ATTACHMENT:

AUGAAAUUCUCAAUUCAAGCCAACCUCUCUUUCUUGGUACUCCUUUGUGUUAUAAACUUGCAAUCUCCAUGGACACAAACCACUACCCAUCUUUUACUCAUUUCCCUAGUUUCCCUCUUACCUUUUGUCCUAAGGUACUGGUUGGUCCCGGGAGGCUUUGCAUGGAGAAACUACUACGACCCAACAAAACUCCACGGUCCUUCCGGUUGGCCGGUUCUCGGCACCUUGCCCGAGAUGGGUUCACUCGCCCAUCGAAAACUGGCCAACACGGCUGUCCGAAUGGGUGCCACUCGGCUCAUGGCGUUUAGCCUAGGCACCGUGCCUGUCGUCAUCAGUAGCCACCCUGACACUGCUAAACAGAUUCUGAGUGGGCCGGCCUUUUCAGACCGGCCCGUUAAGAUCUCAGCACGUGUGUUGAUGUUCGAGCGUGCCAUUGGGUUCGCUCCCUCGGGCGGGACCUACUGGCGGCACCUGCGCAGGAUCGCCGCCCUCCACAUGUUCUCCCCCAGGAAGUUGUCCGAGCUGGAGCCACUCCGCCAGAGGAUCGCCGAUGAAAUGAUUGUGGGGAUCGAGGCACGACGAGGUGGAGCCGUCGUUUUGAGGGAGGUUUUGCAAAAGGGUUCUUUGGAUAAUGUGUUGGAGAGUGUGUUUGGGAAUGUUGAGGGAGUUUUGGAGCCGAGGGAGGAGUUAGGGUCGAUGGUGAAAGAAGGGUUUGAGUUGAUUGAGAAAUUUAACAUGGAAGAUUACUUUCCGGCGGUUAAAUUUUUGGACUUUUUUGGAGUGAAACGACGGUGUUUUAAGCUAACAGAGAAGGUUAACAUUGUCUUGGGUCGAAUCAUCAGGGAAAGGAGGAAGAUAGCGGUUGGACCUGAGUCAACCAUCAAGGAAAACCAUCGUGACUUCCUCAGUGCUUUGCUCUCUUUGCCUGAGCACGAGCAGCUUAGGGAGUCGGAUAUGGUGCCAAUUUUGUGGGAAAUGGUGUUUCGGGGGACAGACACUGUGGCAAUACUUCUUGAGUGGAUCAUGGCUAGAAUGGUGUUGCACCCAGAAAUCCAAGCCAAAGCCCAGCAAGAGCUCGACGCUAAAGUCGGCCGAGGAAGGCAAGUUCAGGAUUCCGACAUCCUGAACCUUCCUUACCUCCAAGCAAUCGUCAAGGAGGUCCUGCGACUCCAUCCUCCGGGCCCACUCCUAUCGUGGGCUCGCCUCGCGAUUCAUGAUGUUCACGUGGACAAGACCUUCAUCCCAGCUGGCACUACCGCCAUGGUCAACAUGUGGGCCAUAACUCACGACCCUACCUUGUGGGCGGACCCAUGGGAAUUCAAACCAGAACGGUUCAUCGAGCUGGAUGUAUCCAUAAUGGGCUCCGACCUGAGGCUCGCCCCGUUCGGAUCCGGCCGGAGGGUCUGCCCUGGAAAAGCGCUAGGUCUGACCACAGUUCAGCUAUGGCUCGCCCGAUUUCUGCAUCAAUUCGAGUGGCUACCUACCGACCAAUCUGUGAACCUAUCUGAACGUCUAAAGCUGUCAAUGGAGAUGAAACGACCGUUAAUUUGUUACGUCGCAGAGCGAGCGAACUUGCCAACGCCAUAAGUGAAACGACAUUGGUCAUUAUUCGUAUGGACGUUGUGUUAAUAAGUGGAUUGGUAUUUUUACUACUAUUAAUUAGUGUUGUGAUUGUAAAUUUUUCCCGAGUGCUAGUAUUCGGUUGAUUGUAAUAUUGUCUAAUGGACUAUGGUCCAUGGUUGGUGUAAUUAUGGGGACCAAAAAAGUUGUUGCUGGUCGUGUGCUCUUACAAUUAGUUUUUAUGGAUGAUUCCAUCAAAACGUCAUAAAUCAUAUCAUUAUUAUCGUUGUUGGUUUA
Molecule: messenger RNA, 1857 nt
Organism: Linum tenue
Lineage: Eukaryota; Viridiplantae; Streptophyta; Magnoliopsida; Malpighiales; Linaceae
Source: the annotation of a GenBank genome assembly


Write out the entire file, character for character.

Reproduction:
AUGAAAUUCUCAAUUCAAGCCAACCUCUCUUUCUUGGUACUCCUUUGUGUUAUAAACUUGCAAUCUCCAUGGACACAAACCACUACCCAUCUUUUACUCAUUUCCCUAGUUUCCCUCUUACCUUUUGUCCUAAGGUACUGGUUGGUCCCGGGAGGCUUUGCAUGGAGAAACUACUACGACCCAACAAAACUCCACGGUCCUUCCGGUUGGCCGGUUCUCGGCACCUUGCCCGAGAUGGGUUCACUCGCCCAUCGAAAACUGGCCAACACGGCUGUCCGAAUGGGUGCCACUCGGCUCAUGGCGUUUAGCCUAGGCACCGUGCCUGUCGUCAUCAGUAGCCACCCUGACACUGCUAAACAGAUUCUGAGUGGGCCGGCCUUUUCAGACCGGCCCGUUAAGAUCUCAGCACGUGUGUUGAUGUUCGAGCGUGCCAUUGGGUUCGCUCCCUCGGGCGGGACCUACUGGCGGCACCUGCGCAGGAUCGCCGCCCUCCACAUGUUCUCCCCCAGGAAGUUGUCCGAGCUGGAGCCACUCCGCCAGAGGAUCGCCGAUGAAAUGAUUGUGGGGAUCGAGGCACGACGAGGUGGAGCCGUCGUUUUGAGGGAGGUUUUGCAAAAGGGUUCUUUGGAUAAUGUGUUGGAGAGUGUGUUUGGGAAUGUUGAGGGAGUUUUGGAGCCGAGGGAGGAGUUAGGGUCGAUGGUGAAAGAAGGGUUUGAGUUGAUUGAGAAAUUUAACAUGGAAGAUUACUUUCCGGCGGUUAAAUUUUUGGACUUUUUUGGAGUGAAACGACGGUGUUUUAAGCUAACAGAGAAGGUUAACAUUGUCUUGGGUCGAAUCAUCAGGGAAAGGAGGAAGAUAGCGGUUGGACCUGAGUCAACCAUCAAGGAAAACCAUCGUGACUUCCUCAGUGCUUUGCUCUCUUUGCCUGAGCACGAGCAGCUUAGGGAGUCGGAUAUGGUGCCAAUUUUGUGGGAAAUGGUGUUUCGGGGGACAGACACUGUGGCAAUACUUCUUGAGUGGAUCAUGGCUAGAAUGGUGUUGCACCCAGAAAUCCAAGCCAAAGCCCAGCAAGAGCUCGACGCUAAAGUCGGCCGAGGAAGGCAAGUUCAGGAUUCCGACAUCCUGAACCUUCCUUACCUCCAAGCAAUCGUCAAGGAGGUCCUGCGACUCCAUCCUCCGGGCCCACUCCUAUCGUGGGCUCGCCUCGCGAUUCAUGAUGUUCACGUGGACAAGACCUUCAUCCCAGCUGGCACUACCGCCAUGGUCAACAUGUGGGCCAUAACUCACGACCCUACCUUGUGGGCGGACCCAUGGGAAUUCAAACCAGAACGGUUCAUCGAGCUGGAUGUAUCCAUAAUGGGCUCCGACCUGAGGCUCGCCCCGUUCGGAUCCGGCCGGAGGGUCUGCCCUGGAAAAGCGCUAGGUCUGACCACAGUUCAGCUAUGGCUCGCCCGAUUUCUGCAUCAAUUCGAGUGGCUACCUACCGACCAAUCUGUGAACCUAUCUGAACGUCUAAAGCUGUCAAUGGAGAUGAAACGACCGUUAAUUUGUUACGUCGCAGAGCGAGCGAACUUGCCAACGCCAUAAGUGAAACGACAUUGGUCAUUAUUCGUAUGGACGUUGUGUUAAUAAGUGGAUUGGUAUUUUUACUACUAUUAAUUAGUGUUGUGAUUGUAAAUUUUUCCCGAGUGCUAGUAUUCGGUUGAUUGUAAUAUUGUCUAAUGGACUAUGGUCCAUGGUUGGUGUAAUUAUGGGGACCAAAAAAGUUGUUGCUGGUCGUGUGCUCUUACAAUUAGUUUUUAUGGAUGAUUCCAUCAAAACGUCAUAAAUCAUAUCAUUAUUAUCGUUGUUGGUUUA
Molecule: messenger RNA, 1857 nt
Organism: Linum tenue
Lineage: Eukaryota; Viridiplantae; Streptophyta; Magnoliopsida; Malpighiales; Linaceae
Source: the annotation of a GenBank genome assembly